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Please note that Mommsen uses the AUC chronology (Ab Urbe Condita), i.e. from the founding of the City of Rome. You can use this reference table to have the B.C. dates


IV. The Revolution

From: The History of Rome, by Theodor Mommsen
Translated with the sanction of the author by William Purdie Dickson

The History of Old Rome

Chapter IX - Cinna and Sulla


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Page 12

In fact, troops arrived from the communities who were benefited by this concession; but instead of the many legions promised, their contingent on the whole amounted to not more than, at most, ten thousand men. It would have been of more moment that an agreement should be come to with the Samnites and Nolans, so that the troops of the thoroughly trustworthy Metellus might be employed for the protection of the capital. But the Samnites made demands which recalled the yoke of Caudium--restitution of the spoil taken from the Samnites and of their prisoners and deserters, renunciation of the booty wrested by the Samnites from the Romans, the bestowal of the franchise on the Samnites themselves as well as on the Romans who had passed over to them.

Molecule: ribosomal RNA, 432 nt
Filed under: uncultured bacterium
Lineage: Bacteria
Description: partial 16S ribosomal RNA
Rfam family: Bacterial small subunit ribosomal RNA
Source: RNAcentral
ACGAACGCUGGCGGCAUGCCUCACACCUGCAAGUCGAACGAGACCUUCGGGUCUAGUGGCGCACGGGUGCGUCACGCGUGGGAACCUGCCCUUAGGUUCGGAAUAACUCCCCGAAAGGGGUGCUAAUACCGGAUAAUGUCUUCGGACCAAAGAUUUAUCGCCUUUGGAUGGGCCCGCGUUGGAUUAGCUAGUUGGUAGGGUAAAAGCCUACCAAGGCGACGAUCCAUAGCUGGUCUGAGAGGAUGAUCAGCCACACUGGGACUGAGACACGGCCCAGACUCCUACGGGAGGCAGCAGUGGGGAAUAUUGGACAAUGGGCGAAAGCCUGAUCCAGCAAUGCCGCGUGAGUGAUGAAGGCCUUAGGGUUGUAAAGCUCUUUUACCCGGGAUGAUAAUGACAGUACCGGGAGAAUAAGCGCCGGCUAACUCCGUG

The senate rejected even in this emergency terms of peace so disgraceful, but instructed Metellus to leave behind a small division and to lead in person all the troops that could at all be dispensed with in southern Italy as quickly as possible to Rome. He obeyed. But the consequence was, that the Samnites attacked and defeated Plautius the legate left behind by Metellus and his weak band; that the garrison of Nola marched out and set on fire the neighbouring town of Abella in alliance with Rome; that Cinna and Marius, moreover, granted to the Samnites everything they asked--what mattered Roman honour to them!--and a Samnite contingent reinforced the ranks of the insurgents.

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